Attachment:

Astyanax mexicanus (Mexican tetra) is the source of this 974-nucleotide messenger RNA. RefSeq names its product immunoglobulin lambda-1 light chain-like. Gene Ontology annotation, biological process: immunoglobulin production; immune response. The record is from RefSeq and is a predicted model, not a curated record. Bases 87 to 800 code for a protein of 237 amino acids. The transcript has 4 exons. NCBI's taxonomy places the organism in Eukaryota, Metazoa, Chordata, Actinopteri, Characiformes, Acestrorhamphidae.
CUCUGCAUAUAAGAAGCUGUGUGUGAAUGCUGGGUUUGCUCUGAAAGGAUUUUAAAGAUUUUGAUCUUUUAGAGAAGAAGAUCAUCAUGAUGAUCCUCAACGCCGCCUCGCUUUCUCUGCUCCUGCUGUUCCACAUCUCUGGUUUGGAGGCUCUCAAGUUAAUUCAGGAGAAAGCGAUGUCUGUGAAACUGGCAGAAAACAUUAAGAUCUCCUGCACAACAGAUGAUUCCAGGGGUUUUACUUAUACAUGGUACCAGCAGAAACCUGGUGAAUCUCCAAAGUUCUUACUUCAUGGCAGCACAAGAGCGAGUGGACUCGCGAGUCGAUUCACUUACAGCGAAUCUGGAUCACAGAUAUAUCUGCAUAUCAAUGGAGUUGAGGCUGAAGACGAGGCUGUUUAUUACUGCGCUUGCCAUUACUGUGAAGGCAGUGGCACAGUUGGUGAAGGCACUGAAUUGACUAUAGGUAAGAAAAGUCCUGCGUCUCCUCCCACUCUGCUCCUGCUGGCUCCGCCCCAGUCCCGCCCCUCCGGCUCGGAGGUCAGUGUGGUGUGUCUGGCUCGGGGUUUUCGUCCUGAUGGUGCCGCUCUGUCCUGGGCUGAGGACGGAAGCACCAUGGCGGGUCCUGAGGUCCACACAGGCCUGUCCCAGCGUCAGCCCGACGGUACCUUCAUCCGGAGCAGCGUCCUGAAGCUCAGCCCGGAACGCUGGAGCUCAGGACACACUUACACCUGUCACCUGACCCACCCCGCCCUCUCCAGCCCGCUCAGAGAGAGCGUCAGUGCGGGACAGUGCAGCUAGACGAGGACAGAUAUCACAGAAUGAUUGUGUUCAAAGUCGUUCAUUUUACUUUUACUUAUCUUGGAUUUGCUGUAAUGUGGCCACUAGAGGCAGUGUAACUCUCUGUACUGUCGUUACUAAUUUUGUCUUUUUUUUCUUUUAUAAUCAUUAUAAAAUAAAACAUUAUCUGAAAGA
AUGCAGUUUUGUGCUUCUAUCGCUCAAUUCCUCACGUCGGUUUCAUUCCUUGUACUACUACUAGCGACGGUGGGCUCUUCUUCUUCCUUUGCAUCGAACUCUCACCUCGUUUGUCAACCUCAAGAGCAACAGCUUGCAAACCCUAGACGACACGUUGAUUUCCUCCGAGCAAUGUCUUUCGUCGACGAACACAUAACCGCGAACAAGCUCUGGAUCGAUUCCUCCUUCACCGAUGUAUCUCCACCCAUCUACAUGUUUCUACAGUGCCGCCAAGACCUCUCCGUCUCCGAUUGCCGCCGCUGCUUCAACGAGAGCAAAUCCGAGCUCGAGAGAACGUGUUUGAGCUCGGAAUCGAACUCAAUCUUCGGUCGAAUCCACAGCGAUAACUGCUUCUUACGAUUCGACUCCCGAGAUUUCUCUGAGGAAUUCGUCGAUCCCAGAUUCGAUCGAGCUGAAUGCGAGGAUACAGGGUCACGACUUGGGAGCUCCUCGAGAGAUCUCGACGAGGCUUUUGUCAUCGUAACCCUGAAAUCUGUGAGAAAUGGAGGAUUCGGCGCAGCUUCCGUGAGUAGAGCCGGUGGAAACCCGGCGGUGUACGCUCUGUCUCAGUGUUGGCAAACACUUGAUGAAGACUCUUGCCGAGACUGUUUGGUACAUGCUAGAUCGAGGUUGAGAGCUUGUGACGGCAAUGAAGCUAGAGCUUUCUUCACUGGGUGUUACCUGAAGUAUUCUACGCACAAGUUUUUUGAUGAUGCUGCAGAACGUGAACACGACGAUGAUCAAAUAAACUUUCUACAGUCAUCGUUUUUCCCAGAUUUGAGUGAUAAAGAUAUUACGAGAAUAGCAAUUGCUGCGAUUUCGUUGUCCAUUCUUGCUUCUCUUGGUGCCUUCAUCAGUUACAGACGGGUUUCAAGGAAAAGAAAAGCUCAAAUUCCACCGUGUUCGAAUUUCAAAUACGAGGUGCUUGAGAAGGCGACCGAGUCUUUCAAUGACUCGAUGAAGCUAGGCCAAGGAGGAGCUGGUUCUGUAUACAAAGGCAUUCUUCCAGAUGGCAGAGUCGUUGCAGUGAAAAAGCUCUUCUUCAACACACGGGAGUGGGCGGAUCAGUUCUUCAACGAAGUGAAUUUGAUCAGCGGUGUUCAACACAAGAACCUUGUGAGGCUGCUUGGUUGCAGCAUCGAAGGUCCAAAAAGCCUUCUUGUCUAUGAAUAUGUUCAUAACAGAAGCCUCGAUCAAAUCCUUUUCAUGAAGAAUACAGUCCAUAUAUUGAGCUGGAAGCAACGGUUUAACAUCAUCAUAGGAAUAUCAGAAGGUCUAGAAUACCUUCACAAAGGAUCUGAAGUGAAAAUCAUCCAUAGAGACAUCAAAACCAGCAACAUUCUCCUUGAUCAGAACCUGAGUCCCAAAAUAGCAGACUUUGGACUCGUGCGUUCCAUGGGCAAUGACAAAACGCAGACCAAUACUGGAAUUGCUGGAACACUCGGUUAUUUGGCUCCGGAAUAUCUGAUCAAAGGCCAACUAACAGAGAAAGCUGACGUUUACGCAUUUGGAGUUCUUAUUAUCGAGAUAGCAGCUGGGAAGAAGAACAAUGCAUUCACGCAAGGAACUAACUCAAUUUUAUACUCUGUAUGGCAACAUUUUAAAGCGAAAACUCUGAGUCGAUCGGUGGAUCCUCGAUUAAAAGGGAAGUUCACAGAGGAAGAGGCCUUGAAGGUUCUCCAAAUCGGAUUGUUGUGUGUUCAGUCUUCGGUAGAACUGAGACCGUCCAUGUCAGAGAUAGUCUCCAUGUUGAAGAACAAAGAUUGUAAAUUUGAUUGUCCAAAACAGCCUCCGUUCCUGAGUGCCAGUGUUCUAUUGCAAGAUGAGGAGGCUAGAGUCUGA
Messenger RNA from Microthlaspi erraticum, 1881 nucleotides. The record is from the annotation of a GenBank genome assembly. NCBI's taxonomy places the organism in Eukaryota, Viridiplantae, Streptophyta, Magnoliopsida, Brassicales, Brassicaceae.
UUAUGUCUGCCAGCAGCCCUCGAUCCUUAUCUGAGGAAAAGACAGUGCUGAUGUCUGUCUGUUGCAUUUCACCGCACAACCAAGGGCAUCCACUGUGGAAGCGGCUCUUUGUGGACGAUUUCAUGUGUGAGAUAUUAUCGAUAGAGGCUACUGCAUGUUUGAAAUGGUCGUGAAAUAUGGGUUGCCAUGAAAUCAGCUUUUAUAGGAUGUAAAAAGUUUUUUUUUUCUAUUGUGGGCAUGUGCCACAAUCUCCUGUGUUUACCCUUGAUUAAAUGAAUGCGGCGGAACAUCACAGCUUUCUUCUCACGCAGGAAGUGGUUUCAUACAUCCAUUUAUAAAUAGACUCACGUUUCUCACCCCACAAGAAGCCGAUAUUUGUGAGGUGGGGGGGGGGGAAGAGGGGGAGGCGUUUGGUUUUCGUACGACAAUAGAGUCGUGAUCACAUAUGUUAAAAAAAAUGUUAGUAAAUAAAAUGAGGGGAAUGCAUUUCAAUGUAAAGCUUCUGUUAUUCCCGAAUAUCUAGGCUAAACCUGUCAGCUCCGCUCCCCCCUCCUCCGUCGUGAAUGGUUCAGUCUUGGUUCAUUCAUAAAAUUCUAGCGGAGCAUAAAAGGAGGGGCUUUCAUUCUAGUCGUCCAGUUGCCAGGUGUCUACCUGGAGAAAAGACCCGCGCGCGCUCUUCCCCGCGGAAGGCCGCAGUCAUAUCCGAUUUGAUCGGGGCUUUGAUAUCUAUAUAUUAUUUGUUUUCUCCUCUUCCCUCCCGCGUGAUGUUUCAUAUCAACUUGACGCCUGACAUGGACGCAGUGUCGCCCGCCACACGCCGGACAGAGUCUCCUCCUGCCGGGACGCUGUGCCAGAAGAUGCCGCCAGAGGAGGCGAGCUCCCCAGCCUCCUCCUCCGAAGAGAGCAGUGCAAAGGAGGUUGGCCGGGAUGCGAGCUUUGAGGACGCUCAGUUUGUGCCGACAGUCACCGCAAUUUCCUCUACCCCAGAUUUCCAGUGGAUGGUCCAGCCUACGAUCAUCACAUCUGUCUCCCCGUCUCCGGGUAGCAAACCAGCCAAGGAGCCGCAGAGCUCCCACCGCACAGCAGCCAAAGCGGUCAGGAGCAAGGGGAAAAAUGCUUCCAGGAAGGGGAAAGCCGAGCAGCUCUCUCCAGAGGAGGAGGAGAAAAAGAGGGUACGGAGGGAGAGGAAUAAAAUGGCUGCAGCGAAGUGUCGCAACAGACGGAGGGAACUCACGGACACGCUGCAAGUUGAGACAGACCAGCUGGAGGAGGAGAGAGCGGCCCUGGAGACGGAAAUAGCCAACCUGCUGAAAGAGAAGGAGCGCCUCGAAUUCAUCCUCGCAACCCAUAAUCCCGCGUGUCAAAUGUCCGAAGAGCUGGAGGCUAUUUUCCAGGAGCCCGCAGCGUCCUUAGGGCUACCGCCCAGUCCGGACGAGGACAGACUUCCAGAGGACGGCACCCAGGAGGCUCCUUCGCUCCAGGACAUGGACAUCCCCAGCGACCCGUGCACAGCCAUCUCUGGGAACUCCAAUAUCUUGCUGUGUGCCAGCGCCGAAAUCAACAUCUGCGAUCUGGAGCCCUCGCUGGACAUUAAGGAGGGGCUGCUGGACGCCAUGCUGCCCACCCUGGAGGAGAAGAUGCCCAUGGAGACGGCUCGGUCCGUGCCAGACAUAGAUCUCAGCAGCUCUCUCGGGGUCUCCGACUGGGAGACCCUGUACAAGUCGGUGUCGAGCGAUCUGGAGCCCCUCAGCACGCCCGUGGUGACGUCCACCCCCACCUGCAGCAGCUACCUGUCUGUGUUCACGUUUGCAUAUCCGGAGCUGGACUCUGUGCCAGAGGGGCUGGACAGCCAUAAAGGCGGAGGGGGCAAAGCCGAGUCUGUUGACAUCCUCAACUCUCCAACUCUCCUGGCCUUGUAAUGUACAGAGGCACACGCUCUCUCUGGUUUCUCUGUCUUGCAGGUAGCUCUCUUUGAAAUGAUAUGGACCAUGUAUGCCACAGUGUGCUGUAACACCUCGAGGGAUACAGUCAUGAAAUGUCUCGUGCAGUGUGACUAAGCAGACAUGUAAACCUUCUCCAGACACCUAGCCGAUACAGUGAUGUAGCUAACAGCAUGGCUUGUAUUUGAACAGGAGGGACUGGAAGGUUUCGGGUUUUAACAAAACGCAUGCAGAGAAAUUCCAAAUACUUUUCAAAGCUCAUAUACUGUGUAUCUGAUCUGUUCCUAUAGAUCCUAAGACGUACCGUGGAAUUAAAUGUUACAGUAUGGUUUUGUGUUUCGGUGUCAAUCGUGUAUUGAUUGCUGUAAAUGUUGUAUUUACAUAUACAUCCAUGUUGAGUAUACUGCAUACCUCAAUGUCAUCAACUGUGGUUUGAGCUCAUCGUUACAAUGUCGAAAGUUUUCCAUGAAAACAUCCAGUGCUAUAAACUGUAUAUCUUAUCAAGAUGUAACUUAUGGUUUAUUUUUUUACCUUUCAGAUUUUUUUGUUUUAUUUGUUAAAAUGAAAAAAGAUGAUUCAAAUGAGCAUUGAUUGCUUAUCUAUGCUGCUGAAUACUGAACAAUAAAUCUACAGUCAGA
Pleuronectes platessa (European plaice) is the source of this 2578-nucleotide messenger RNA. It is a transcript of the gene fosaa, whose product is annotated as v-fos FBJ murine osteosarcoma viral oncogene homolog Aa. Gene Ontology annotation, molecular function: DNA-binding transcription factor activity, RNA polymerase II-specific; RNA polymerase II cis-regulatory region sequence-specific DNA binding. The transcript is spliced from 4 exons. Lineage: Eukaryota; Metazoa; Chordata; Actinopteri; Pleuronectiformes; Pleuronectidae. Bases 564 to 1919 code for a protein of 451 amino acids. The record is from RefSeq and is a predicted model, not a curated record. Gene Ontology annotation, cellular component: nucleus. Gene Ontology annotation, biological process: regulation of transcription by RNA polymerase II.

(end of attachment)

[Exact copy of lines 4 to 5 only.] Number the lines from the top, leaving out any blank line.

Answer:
Messenger RNA from Microthlaspi erraticum, 1881 nucleotides. The record is from the annotation of a GenBank genome assembly. NCBI's taxonomy places the organism in Eukaryota, Viridiplantae, Streptophyta, Magnoliopsida, Brassicales, Brassicaceae.
UUAUGUCUGCCAGCAGCCCUCGAUCCUUAUCUGAGGAAAAGACAGUGCUGAUGUCUGUCUGUUGCAUUUCACCGCACAACCAAGGGCAUCCACUGUGGAAGCGGCUCUUUGUGGACGAUUUCAUGUGUGAGAUAUUAUCGAUAGAGGCUACUGCAUGUUUGAAAUGGUCGUGAAAUAUGGGUUGCCAUGAAAUCAGCUUUUAUAGGAUGUAAAAAGUUUUUUUUUUCUAUUGUGGGCAUGUGCCACAAUCUCCUGUGUUUACCCUUGAUUAAAUGAAUGCGGCGGAACAUCACAGCUUUCUUCUCACGCAGGAAGUGGUUUCAUACAUCCAUUUAUAAAUAGACUCACGUUUCUCACCCCACAAGAAGCCGAUAUUUGUGAGGUGGGGGGGGGGGAAGAGGGGGAGGCGUUUGGUUUUCGUACGACAAUAGAGUCGUGAUCACAUAUGUUAAAAAAAAUGUUAGUAAAUAAAAUGAGGGGAAUGCAUUUCAAUGUAAAGCUUCUGUUAUUCCCGAAUAUCUAGGCUAAACCUGUCAGCUCCGCUCCCCCCUCCUCCGUCGUGAAUGGUUCAGUCUUGGUUCAUUCAUAAAAUUCUAGCGGAGCAUAAAAGGAGGGGCUUUCAUUCUAGUCGUCCAGUUGCCAGGUGUCUACCUGGAGAAAAGACCCGCGCGCGCUCUUCCCCGCGGAAGGCCGCAGUCAUAUCCGAUUUGAUCGGGGCUUUGAUAUCUAUAUAUUAUUUGUUUUCUCCUCUUCCCUCCCGCGUGAUGUUUCAUAUCAACUUGACGCCUGACAUGGACGCAGUGUCGCCCGCCACACGCCGGACAGAGUCUCCUCCUGCCGGGACGCUGUGCCAGAAGAUGCCGCCAGAGGAGGCGAGCUCCCCAGCCUCCUCCUCCGAAGAGAGCAGUGCAAAGGAGGUUGGCCGGGAUGCGAGCUUUGAGGACGCUCAGUUUGUGCCGACAGUCACCGCAAUUUCCUCUACCCCAGAUUUCCAGUGGAUGGUCCAGCCUACGAUCAUCACAUCUGUCUCCCCGUCUCCGGGUAGCAAACCAGCCAAGGAGCCGCAGAGCUCCCACCGCACAGCAGCCAAAGCGGUCAGGAGCAAGGGGAAAAAUGCUUCCAGGAAGGGGAAAGCCGAGCAGCUCUCUCCAGAGGAGGAGGAGAAAAAGAGGGUACGGAGGGAGAGGAAUAAAAUGGCUGCAGCGAAGUGUCGCAACAGACGGAGGGAACUCACGGACACGCUGCAAGUUGAGACAGACCAGCUGGAGGAGGAGAGAGCGGCCCUGGAGACGGAAAUAGCCAACCUGCUGAAAGAGAAGGAGCGCCUCGAAUUCAUCCUCGCAACCCAUAAUCCCGCGUGUCAAAUGUCCGAAGAGCUGGAGGCUAUUUUCCAGGAGCCCGCAGCGUCCUUAGGGCUACCGCCCAGUCCGGACGAGGACAGACUUCCAGAGGACGGCACCCAGGAGGCUCCUUCGCUCCAGGACAUGGACAUCCCCAGCGACCCGUGCACAGCCAUCUCUGGGAACUCCAAUAUCUUGCUGUGUGCCAGCGCCGAAAUCAACAUCUGCGAUCUGGAGCCCUCGCUGGACAUUAAGGAGGGGCUGCUGGACGCCAUGCUGCCCACCCUGGAGGAGAAGAUGCCCAUGGAGACGGCUCGGUCCGUGCCAGACAUAGAUCUCAGCAGCUCUCUCGGGGUCUCCGACUGGGAGACCCUGUACAAGUCGGUGUCGAGCGAUCUGGAGCCCCUCAGCACGCCCGUGGUGACGUCCACCCCCACCUGCAGCAGCUACCUGUCUGUGUUCACGUUUGCAUAUCCGGAGCUGGACUCUGUGCCAGAGGGGCUGGACAGCCAUAAAGGCGGAGGGGGCAAAGCCGAGUCUGUUGACAUCCUCAACUCUCCAACUCUCCUGGCCUUGUAAUGUACAGAGGCACACGCUCUCUCUGGUUUCUCUGUCUUGCAGGUAGCUCUCUUUGAAAUGAUAUGGACCAUGUAUGCCACAGUGUGCUGUAACACCUCGAGGGAUACAGUCAUGAAAUGUCUCGUGCAGUGUGACUAAGCAGACAUGUAAACCUUCUCCAGACACCUAGCCGAUACAGUGAUGUAGCUAACAGCAUGGCUUGUAUUUGAACAGGAGGGACUGGAAGGUUUCGGGUUUUAACAAAACGCAUGCAGAGAAAUUCCAAAUACUUUUCAAAGCUCAUAUACUGUGUAUCUGAUCUGUUCCUAUAGAUCCUAAGACGUACCGUGGAAUUAAAUGUUACAGUAUGGUUUUGUGUUUCGGUGUCAAUCGUGUAUUGAUUGCUGUAAAUGUUGUAUUUACAUAUACAUCCAUGUUGAGUAUACUGCAUACCUCAAUGUCAUCAACUGUGGUUUGAGCUCAUCGUUACAAUGUCGAAAGUUUUCCAUGAAAACAUCCAGUGCUAUAAACUGUAUAUCUUAUCAAGAUGUAACUUAUGGUUUAUUUUUUUACCUUUCAGAUUUUUUUGUUUUAUUUGUUAAAAUGAAAAAAGAUGAUUCAAAUGAGCAUUGAUUGCUUAUCUAUGCUGCUGAAUACUGAACAAUAAAUCUACAGUCAGA